Learning to Talk With Your Child Not at Them

happy parentingFar too large of a percentage of parents report not enjoying the job of parenting.  It is very difficult to find pleasure in parenting when our focus is on controlling our child and forcing them to obey the rules all the time.  When we are rigid and tense, our children feel unloved and become loaded with self-blame.  Their need to be accepted as they are goes unmet.  When our children live under the threat of criticism or punishment, their need to feel safe is not met.  When we open ourselves up to the possibilities of our relationship, trust our child and talk with our child not at them, our parenting experience blooms.  Cooperation from our child is fool proof and everyone’s needs are met.

We are told not to be with friends with our child however when we can describe our relationship in this way, we can’t help but become friends.  Friendship grows out of mutual respect.  Yet just because there is a friendship does not mean that we cannot still parent our child.  When our child is younger, we need to teach him/her morals, values and what is and is not acceptable in our society.  However, as our child grows, they look for more of our understanding, gentle guidance and friendship.  A big part of a friendship is feeling safe with one another to express ourselves fully.  This involves talking to our child about what they find to be important, whether they feel something is “good” or “bad”, and what they feel like doing.  We can also ask our child how they feel in their bodies in various circumstances.  We can ask them if their stomach feels relaxed or as though it is in knots.  We can ask them if their heart is racing or if their neck feels tight.  We can ask them what they think their body is trying to tell them.   If a child feels safe and truly heard, they feel understood.  The more open we are and the better listener we are, the more our children will be willing to be vulnerable and authentic with us and the more control they will feel they have in their lives.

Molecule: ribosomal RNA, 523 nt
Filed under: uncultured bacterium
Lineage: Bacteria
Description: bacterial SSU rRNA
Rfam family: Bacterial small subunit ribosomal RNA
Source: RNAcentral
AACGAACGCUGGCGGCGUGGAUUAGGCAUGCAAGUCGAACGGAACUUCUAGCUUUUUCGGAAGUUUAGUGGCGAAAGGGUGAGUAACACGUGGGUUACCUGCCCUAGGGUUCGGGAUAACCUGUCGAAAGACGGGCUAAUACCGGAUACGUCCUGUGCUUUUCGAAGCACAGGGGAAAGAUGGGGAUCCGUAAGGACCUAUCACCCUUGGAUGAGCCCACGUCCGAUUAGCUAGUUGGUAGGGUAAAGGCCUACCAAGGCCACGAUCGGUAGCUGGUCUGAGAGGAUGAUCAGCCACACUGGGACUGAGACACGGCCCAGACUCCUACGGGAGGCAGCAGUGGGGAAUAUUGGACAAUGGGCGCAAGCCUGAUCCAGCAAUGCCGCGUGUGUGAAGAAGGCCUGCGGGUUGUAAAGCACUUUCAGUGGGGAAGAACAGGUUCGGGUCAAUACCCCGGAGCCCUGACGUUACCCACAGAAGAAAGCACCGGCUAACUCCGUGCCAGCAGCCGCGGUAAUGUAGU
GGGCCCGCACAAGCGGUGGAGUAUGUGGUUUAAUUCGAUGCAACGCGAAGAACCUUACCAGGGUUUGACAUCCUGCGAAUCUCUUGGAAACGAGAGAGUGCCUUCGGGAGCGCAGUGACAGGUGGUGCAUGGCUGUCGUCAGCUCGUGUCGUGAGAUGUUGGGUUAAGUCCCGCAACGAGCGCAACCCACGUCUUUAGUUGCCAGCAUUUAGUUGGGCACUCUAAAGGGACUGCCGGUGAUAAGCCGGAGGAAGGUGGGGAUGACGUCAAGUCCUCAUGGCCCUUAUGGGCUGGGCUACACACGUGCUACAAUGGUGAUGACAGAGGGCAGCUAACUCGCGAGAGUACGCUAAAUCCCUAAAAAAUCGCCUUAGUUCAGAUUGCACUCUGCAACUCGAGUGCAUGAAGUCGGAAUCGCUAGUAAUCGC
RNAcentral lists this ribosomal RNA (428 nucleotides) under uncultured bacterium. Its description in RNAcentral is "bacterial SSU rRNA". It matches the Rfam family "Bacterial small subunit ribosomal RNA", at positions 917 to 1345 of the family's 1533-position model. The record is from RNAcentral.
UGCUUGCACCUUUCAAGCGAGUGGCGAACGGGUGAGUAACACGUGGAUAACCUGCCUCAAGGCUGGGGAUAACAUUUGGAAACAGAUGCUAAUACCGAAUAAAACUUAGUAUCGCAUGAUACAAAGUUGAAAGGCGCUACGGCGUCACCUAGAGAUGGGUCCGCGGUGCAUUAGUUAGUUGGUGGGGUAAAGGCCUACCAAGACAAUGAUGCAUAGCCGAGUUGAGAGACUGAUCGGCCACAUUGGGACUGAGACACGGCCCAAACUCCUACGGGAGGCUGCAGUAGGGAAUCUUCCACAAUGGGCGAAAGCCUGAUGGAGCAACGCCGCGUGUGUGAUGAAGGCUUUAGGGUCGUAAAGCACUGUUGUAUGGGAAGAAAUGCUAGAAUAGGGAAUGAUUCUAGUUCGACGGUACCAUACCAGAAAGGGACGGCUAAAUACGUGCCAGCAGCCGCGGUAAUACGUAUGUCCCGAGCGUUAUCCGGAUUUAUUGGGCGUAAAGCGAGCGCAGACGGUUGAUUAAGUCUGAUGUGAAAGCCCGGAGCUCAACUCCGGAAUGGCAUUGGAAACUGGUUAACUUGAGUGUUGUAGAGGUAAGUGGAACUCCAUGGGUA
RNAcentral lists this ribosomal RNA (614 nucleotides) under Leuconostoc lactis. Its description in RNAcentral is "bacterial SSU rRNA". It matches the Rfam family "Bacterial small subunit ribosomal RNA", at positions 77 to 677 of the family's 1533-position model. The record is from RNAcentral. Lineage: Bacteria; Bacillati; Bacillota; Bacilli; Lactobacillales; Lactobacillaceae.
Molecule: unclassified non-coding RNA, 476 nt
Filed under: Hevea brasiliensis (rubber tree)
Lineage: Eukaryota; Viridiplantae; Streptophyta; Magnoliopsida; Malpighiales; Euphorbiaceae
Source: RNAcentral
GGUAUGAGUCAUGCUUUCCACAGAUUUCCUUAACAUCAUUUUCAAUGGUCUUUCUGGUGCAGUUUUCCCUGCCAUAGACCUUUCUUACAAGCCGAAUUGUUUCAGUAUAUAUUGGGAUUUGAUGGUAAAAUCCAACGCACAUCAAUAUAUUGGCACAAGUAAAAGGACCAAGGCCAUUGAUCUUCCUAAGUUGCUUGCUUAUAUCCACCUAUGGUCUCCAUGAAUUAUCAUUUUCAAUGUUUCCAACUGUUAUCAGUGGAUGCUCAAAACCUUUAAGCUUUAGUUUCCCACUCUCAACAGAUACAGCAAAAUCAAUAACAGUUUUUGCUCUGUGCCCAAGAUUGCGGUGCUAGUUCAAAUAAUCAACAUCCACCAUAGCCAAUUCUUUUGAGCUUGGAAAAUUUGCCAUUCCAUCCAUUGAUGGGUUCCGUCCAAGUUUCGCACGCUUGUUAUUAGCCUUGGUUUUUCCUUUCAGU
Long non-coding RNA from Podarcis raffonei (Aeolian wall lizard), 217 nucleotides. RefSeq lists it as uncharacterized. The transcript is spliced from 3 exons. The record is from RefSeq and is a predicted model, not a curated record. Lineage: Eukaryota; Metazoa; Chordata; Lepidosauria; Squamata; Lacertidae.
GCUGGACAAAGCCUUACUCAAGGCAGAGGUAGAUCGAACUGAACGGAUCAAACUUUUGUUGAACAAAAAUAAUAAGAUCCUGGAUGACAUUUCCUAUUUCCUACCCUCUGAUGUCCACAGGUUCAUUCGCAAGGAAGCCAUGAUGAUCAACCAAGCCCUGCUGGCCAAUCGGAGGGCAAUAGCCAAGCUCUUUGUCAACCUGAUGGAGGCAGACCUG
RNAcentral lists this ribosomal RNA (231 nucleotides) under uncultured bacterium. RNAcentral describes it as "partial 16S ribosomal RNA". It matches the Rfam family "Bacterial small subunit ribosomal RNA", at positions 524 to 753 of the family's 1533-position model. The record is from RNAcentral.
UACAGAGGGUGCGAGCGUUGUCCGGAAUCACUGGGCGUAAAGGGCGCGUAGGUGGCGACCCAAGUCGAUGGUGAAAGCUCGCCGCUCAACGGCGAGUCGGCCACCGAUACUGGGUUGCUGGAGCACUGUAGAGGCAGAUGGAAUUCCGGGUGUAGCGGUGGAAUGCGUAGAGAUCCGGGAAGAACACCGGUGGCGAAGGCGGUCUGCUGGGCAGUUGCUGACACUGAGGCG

Some girlfriends and I met one night and we started talking about the fact that Grade Four seems to be the year that children’s emotions really come into play.  It is in Grade Four when more fights using words break out and children’s hurt feelings can take a little longer to mend.  My friend told me that when she was a child, she had a teacher that distributed circles made of white cardboard to her Grade Four students each morning.  One side of the circle was a happy face and the other was a sad face.  Each morning, the children were instructed to turn their card up to show the face that most accurately depicted how they were feeling.  If the child turned the sad face up and placed it on their desk, the others knew to tread lightly with that child and be extra kind that day.  We all have good and bad days.  What this teacher taught her students is that it is okay to have good and bad days and to respect and honour what we are each going through, at any particular time.  What a valuable lesson for all of us to learn.

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Until next time,

Meredith

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